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Since when did D.C. become a biracial city? In your 11/21 piece “Love Knows Color,” on interracial dating in D.C., there are five articles, all on black and white American interracial dating. Would the thesis that seems to permeate all the articles, that the main reason for interracial dating is attraction to otherness, hold up if your research had included other races and cultures?

I believe that the tenacity of this thesis is especially suspect in situations where people date across racial and cultural lines. How does dating between a Vietnamese-American and a Salvadorean immigrant or a Caribbean Indian and an American white affect this thesis? How do we deal with an American black dating an African? They are racially similar, but culturally different. And what of multiracial people? Where do they fit into this discussion? For people who establish relationships (vs. casual sex) across racial and cultural lines, any attraction to otherness cannot overcome the numerous problems that necessarily arise due to racial, cultural, and often linguistic differences. Couples who establish relationships must have something more that bonds them to one another, or else communication problems will inevitably break them apart. What the articles do point out is that relationships based on attraction to otherness fail. What they fail to point out is that there are successful relationships across racial and cultural lines.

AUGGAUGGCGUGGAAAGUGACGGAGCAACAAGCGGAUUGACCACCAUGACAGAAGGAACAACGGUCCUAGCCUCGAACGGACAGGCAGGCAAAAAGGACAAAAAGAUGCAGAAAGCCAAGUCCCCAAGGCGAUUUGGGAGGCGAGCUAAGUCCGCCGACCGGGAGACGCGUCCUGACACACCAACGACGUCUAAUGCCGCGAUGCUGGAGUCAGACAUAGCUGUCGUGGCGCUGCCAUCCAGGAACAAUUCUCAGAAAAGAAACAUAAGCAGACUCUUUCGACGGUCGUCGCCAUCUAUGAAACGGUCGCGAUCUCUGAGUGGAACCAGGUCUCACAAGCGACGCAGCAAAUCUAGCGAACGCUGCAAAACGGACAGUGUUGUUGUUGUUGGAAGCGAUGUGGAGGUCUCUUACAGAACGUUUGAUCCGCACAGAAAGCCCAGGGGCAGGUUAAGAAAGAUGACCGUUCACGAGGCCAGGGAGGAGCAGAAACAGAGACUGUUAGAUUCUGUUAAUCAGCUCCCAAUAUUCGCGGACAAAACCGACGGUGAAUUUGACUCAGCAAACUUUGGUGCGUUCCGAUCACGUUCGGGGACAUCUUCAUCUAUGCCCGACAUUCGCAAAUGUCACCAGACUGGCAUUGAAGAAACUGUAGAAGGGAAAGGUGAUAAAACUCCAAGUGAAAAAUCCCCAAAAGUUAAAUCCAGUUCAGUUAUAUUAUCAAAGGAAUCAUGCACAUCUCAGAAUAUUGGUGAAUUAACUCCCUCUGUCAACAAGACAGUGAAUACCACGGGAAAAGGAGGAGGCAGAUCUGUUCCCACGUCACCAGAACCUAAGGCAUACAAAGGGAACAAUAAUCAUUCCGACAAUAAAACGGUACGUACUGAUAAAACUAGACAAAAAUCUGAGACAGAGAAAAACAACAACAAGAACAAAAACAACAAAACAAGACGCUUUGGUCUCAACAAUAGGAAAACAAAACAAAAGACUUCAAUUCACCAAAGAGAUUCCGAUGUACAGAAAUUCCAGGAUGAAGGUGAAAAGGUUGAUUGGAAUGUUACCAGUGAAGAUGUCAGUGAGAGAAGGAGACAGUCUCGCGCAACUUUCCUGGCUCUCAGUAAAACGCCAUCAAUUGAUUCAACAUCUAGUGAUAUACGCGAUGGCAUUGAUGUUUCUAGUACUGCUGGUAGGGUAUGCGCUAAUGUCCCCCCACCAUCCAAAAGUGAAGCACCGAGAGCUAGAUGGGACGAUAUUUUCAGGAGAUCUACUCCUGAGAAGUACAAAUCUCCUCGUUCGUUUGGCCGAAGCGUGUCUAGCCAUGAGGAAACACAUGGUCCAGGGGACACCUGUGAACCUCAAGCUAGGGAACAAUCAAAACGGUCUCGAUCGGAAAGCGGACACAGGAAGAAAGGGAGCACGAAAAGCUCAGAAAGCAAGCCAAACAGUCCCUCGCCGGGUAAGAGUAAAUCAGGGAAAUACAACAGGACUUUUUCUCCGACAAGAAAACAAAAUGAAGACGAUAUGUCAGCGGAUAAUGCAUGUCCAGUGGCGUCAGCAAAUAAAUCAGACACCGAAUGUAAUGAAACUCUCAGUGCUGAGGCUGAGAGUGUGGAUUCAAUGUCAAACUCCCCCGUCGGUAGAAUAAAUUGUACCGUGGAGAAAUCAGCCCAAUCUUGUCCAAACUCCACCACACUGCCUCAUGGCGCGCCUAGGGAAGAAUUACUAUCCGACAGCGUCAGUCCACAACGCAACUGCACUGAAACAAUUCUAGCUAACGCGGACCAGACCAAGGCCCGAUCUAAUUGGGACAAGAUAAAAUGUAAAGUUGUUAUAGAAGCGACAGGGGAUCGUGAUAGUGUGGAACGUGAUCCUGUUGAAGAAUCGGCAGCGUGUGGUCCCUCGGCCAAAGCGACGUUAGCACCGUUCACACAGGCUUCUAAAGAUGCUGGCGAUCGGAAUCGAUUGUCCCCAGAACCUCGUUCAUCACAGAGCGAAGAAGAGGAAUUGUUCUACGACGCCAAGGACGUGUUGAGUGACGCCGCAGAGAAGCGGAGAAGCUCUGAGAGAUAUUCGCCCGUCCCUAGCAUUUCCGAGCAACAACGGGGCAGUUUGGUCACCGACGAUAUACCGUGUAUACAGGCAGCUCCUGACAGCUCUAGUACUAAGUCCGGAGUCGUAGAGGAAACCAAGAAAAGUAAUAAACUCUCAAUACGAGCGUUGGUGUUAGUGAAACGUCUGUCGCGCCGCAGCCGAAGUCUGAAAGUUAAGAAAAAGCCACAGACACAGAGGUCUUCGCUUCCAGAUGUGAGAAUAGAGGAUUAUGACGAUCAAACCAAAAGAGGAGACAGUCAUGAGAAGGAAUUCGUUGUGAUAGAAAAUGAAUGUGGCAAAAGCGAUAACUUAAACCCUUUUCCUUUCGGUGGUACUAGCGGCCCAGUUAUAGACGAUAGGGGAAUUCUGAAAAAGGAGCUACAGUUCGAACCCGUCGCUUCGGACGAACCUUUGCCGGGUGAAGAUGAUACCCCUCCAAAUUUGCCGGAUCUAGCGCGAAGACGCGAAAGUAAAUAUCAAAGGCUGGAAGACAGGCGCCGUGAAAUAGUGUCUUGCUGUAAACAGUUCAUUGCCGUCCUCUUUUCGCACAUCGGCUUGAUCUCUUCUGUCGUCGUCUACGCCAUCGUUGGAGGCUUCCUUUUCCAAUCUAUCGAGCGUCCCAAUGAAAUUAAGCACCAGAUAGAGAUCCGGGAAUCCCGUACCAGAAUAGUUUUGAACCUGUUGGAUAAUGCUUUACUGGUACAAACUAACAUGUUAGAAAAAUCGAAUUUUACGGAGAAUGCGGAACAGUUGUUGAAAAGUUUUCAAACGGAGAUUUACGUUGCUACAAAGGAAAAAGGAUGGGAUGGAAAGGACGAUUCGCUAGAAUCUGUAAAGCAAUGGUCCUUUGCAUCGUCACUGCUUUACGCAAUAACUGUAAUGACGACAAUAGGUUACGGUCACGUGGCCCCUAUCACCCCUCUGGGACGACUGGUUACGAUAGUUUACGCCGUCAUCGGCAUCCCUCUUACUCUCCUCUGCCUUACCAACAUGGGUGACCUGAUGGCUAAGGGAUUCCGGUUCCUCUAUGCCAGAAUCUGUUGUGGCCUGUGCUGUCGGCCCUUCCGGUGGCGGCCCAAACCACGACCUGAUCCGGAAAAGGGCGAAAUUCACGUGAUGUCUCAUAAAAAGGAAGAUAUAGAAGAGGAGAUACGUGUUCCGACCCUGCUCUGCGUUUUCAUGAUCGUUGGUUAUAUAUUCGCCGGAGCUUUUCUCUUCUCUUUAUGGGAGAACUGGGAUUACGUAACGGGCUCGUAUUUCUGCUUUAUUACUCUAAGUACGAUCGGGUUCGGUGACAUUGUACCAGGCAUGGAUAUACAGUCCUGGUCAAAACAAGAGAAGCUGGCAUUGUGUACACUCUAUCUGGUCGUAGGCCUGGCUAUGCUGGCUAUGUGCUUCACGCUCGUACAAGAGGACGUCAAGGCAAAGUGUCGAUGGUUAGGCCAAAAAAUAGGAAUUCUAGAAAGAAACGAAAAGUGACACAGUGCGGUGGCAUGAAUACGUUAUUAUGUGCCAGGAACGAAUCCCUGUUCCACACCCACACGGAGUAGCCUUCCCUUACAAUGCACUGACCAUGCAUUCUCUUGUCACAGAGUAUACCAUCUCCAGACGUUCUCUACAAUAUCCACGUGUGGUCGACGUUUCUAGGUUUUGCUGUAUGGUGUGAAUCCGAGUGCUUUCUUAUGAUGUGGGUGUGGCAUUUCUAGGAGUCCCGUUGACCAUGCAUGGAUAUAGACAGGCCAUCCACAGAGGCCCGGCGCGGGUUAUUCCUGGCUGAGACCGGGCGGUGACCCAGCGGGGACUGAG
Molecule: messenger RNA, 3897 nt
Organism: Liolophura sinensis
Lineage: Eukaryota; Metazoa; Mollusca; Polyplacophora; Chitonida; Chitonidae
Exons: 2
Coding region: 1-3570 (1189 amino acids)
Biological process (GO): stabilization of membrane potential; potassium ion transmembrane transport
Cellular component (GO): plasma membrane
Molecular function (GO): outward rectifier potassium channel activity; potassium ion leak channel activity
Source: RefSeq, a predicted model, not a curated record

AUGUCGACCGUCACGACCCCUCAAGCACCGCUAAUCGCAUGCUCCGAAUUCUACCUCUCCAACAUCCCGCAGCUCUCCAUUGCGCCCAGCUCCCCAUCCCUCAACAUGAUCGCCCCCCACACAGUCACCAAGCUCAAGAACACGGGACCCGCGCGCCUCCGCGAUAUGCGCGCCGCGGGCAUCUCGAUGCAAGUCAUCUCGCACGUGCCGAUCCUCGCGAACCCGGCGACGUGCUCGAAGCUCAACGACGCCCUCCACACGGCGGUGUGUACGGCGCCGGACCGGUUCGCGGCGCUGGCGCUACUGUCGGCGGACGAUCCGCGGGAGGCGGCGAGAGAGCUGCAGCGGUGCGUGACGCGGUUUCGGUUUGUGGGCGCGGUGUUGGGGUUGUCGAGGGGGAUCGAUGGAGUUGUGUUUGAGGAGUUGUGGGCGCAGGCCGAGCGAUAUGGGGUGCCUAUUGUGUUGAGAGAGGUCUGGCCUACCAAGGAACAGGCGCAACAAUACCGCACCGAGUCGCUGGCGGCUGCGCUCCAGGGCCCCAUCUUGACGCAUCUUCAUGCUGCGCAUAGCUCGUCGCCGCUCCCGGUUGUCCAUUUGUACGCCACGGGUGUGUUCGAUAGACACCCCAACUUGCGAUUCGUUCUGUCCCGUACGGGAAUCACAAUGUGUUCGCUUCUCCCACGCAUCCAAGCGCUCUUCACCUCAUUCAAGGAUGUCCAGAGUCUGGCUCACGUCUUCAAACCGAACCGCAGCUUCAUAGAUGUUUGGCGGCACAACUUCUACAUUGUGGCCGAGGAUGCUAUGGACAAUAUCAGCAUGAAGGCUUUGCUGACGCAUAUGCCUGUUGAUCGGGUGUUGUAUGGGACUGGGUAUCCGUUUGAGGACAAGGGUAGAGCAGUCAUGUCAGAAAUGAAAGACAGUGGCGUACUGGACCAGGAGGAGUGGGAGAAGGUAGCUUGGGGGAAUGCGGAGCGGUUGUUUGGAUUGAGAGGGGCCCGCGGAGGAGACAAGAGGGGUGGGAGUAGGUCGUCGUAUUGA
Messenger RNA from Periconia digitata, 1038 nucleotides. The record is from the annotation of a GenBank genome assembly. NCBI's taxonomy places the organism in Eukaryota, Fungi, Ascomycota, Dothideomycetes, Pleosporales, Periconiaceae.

What we need to remember is that people who belong to different races and cultures—and often more than one—date each other, not races and cultures. What upsets me about these articles is their simplistic handling of the issues around interracial dating. In the United States, we couch almost every discussion of race in terms of black and white, and Washington City Paper has diligently followed suit. Attraction to otherness has a great deal to do with interracial dating and should be explored, but interracial dating cannot be reduced to “jungle fever,” and other factors in interracial dating should have been explored.

Adams Morgan

via the Internet